EXPLAINED: Why Switzerland WON’T be signing draft deal with EU

The diplomatic dance between Switzerland and the European Union continues with the Swiss government now announcing it won’t sign a draft deal on bilateral relations with Brussels in its current form.

EXPLAINED: Why Switzerland WON'T be signing draft deal with EU
File photo: Depositphotos

In a carefully calibrated statement designed to appease an impatient European Commission, the Swiss executive on Friday said it intended to “consolidate and further develop the bilateral approach”, describing this as the “cornerstone of Swiss–EU relations”.

However, in a letter (in French only) send to the European Commission, the Swiss government stressed it wanted “clarifications” on three key issues before it would sign the draft deal.

Read also: What you need to know about the draft Swiss–EU deal

The three sticking points include possible threats to Swiss measures designed to protect the country’s high wages, concerns over the deal’s impact on state subsidies and a question mark over the EU’s Citizens’ Rights Directive.

This directive is not mentioned in the draft deal but there are concerns its future adoption by Switzerland could see the country having to pay higher welfare benefits to EU citizens living and/or working in the Alpine Country.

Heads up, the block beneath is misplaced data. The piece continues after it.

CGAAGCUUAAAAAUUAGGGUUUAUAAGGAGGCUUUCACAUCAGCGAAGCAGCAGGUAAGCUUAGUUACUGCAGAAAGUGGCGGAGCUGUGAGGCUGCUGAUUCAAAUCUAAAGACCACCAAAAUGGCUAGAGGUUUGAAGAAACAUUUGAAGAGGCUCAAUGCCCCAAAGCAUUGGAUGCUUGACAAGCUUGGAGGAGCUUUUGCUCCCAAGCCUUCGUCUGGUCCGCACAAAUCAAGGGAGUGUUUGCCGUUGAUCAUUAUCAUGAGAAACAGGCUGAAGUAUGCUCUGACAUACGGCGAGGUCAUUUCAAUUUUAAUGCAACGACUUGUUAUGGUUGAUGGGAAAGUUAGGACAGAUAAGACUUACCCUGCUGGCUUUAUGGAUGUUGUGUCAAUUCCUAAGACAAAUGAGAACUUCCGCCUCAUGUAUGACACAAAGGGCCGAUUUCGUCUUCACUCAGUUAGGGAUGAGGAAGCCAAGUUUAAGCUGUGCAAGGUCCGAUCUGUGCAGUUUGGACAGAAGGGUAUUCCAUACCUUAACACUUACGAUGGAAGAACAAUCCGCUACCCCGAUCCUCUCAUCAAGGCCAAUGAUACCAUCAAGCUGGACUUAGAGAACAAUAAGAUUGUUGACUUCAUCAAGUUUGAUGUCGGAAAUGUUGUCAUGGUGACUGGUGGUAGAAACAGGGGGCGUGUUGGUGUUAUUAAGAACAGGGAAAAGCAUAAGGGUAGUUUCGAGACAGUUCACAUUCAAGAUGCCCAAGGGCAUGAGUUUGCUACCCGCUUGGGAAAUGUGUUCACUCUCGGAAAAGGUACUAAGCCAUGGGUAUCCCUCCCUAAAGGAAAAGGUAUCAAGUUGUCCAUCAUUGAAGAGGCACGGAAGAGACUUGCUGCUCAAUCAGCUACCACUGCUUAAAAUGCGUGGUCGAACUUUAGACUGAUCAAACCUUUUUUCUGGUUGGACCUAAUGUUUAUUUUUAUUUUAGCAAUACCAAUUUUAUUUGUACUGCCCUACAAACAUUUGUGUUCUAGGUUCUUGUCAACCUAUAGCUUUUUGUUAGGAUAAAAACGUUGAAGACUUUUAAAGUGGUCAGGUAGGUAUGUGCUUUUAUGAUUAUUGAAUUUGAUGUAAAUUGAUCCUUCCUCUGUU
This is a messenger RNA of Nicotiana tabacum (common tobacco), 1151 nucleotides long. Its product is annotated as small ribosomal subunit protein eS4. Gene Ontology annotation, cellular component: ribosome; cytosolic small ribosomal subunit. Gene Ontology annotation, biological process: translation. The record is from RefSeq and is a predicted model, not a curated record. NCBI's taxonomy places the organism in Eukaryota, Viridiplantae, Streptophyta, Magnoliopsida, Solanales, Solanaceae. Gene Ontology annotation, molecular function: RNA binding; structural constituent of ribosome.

Deal not up for renegotiation

The draft “framework agreement” (here in French) deal has been on the table since last year. The product of years of negotiations, it aims to streamline and simplify the current clunky set of bilateral agreements that govern relations between Switzerland and the EU.

The deal is key to ensuring Switzerland continues to enjoy access to the all-important EU market.

Brussels has repeatedly stated the deal is not up for renegotiation and has threatened full Swiss access to the EU stock market if it doesn’t sign. The latest deadline given by Brussels was July.

Read also: How Switzerland's direct democracy system works

But rather than giving in to EU pressure to sign, the Swiss government in December last year launched a consultation process – considered essential in a country where compromise and consensus are integral to the political process.

This consensus building is also critical in the current context given that any possible deal with the EU will almost certainly be the subject of an EU referendum, and must therefore be palatable to at least 50 percent of voters.